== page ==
According to Code Check, Benjamin Franklin's famous kite experiment refers to an attempt by the renowned scientist, philosopher and politician to prove his theories about electricity. He took a simple kite out on a stormy day with his son and made the shocking discovery that lightning was related to the phenomenon of static electricity.
USHistory.org explains that Benjamin Franklin himself never documented the kite experiment, but rather relayed the details to be written and published by his friend, Joseph Priestley. The experiment occurred in 1752 when a 46-year-old Franklin took to the outdoors to prove that lightning was electricity and could be channeled into physical objects. According to Code Check, Franklin attached the kite to a silk string, tied an iron key on the opposite end and secured a thin metal wire to the key that led into a jar. The jar was made for storing electrical charges and was theorized to catch the charge that would be drawn to the key through the kite.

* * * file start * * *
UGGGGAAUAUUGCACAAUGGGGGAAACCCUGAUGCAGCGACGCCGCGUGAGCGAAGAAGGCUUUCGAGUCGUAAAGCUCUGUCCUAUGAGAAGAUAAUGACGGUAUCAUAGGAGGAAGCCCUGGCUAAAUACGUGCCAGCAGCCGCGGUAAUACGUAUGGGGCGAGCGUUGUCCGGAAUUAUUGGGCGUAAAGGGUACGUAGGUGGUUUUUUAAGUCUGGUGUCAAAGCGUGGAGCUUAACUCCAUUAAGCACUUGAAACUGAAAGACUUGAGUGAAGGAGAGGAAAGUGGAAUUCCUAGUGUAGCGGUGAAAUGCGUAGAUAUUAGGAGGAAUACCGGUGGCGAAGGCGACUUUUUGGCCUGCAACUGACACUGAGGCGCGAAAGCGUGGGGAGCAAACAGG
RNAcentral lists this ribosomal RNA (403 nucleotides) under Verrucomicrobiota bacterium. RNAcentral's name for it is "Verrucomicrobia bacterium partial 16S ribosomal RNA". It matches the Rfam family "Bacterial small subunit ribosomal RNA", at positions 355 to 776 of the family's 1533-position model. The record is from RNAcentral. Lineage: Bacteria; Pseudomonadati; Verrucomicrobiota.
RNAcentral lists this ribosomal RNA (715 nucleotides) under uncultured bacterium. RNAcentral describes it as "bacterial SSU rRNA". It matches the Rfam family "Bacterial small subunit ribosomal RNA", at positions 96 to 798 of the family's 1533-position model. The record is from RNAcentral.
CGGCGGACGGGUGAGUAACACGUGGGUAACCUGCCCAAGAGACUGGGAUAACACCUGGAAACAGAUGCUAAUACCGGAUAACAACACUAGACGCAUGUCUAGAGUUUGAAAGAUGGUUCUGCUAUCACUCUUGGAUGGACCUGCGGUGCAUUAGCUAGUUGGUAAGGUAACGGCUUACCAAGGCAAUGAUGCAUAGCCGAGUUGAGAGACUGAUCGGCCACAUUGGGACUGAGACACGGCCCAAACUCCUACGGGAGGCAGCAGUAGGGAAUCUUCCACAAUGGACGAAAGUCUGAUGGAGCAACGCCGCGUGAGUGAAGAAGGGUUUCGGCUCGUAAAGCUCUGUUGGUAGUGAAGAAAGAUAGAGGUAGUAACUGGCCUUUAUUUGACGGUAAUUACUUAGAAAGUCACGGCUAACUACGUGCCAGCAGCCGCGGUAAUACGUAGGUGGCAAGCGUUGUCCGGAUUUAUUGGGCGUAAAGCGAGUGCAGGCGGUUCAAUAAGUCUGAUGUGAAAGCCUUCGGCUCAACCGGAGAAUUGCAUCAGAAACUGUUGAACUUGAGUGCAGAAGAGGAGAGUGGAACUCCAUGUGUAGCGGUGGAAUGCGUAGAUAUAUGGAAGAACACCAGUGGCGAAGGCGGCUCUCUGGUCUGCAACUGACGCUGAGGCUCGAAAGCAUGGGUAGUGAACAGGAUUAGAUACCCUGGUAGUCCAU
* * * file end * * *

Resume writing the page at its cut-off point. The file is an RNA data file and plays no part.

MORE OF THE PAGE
When the storm came, Franklin's observations and hypotheses paid off. The lightning frayed the string as it traveled into the jar. Code Check explains that Franklin himself was unaffected by the charge until he lifted his free hand and received a mild shock. Other scientists who attempted to repeat this famous experiment were electrocuted due to the high level of conductivity.